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15 US states to jointly work to advance electric trucks and buses

14 July 2020

15 US states and the District of Columbia announced a joint memorandum of understanding (MOU) to advance the market for electric medium- and heavy-duty vehicles (MHDV), including large pickup trucks and vans, delivery trucks, box trucks, school and transit buses, and long-haul delivery trucks. The goal is to ensure that 100% of all new medium- and heavy-duty vehicle sales be zero emission vehicles by 2050 with an interim target of 30% zero-emission vehicle sales by 2030.

The MOU follows the recent adoption of the California Advanced Clean Truck Regulation, which requires that by 2045, every new truck sold in California be zero-emission. The California rule is estimated to put 300,000 zero-emission trucks on the road by 2035.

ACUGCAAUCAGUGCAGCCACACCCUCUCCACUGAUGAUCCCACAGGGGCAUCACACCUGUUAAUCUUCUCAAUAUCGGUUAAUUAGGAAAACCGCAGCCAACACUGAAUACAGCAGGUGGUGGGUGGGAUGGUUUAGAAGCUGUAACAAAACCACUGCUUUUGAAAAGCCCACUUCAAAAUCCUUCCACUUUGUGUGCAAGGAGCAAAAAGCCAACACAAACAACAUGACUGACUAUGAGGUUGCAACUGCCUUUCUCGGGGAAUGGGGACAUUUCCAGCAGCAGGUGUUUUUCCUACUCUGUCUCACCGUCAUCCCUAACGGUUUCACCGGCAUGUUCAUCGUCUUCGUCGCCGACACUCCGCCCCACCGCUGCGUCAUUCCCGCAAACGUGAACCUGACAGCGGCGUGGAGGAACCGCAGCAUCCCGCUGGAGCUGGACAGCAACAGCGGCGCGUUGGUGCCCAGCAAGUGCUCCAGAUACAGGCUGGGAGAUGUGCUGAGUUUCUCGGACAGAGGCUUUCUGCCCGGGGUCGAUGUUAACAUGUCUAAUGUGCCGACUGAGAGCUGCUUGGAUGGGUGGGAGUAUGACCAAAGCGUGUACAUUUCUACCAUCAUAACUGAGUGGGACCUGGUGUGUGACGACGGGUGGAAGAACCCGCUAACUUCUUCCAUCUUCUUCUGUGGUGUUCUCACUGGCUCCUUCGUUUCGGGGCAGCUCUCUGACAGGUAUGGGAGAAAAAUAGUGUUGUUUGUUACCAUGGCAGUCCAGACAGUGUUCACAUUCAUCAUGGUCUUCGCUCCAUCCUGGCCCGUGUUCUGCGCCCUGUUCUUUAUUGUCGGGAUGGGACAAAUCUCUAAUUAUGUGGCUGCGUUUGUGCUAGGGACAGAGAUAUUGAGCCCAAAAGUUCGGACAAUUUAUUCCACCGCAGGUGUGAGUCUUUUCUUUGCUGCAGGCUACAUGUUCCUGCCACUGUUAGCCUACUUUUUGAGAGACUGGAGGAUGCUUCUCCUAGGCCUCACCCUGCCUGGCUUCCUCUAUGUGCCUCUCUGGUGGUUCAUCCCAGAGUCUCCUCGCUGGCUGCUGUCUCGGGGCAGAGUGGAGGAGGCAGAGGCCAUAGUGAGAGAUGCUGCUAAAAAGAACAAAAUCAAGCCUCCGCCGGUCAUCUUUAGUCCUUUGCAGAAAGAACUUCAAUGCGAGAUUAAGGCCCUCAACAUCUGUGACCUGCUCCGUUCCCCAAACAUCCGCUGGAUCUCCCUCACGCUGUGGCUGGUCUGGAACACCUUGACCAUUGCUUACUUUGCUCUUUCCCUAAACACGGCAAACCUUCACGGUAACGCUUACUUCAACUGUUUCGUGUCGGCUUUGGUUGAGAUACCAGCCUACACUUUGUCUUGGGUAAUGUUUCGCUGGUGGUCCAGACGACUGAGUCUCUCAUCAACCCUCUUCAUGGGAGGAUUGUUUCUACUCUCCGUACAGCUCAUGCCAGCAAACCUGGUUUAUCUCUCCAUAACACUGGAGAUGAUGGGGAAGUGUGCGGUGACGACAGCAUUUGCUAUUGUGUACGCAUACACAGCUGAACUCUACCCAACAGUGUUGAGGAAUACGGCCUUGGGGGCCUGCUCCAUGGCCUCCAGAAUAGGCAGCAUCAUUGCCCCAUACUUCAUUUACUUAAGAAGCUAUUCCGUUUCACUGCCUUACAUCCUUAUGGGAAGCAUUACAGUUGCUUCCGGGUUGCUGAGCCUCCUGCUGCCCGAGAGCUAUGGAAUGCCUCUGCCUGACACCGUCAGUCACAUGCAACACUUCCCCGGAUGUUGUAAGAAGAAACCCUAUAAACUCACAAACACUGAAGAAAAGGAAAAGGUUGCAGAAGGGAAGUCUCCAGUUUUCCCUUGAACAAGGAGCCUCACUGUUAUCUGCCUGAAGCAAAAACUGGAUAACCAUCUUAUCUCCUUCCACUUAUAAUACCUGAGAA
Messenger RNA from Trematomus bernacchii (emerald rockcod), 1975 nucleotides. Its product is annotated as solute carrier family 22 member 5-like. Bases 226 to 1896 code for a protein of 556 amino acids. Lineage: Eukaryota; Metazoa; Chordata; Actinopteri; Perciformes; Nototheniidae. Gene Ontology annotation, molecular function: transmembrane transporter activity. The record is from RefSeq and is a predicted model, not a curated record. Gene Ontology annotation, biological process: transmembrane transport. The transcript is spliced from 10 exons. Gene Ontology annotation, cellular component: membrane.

The states that signed the MOU include California, Connecticut, Colorado, Hawaii, Maine, Maryland, Massachusetts, New Jersey, New York, North Carolina, Oregon, Pennsylvania, Rhode Island, Vermont, and Washington.

The MOU states that “electrification of the transportation sector is essential to achieve the GHG emission reductions needed to avoid the worst effects of climate change, and in conjunction with the introduction of low-NOx heavy duty trucks, to reduce harmful emissions of NOx, particulate matter, and toxic air contaminants that adversely impact public health”. In the MOU, the term ‘electric vehicle’ means battery electric (BEV), plug-in hybrid (PHEV), or fuel cell electric vehicle (FCEV).

Within six months, the states are to develop a multi-state action plan to identify barriers and propose solutions to support widespread electrification (Zero Emission Medium-and Heavy-Duty Vehicle Action Plan). The plan would consider a number of measures, such as:

The MOU is a voluntary initiative and does not create any legally binding rights or obligations.

Source: CARB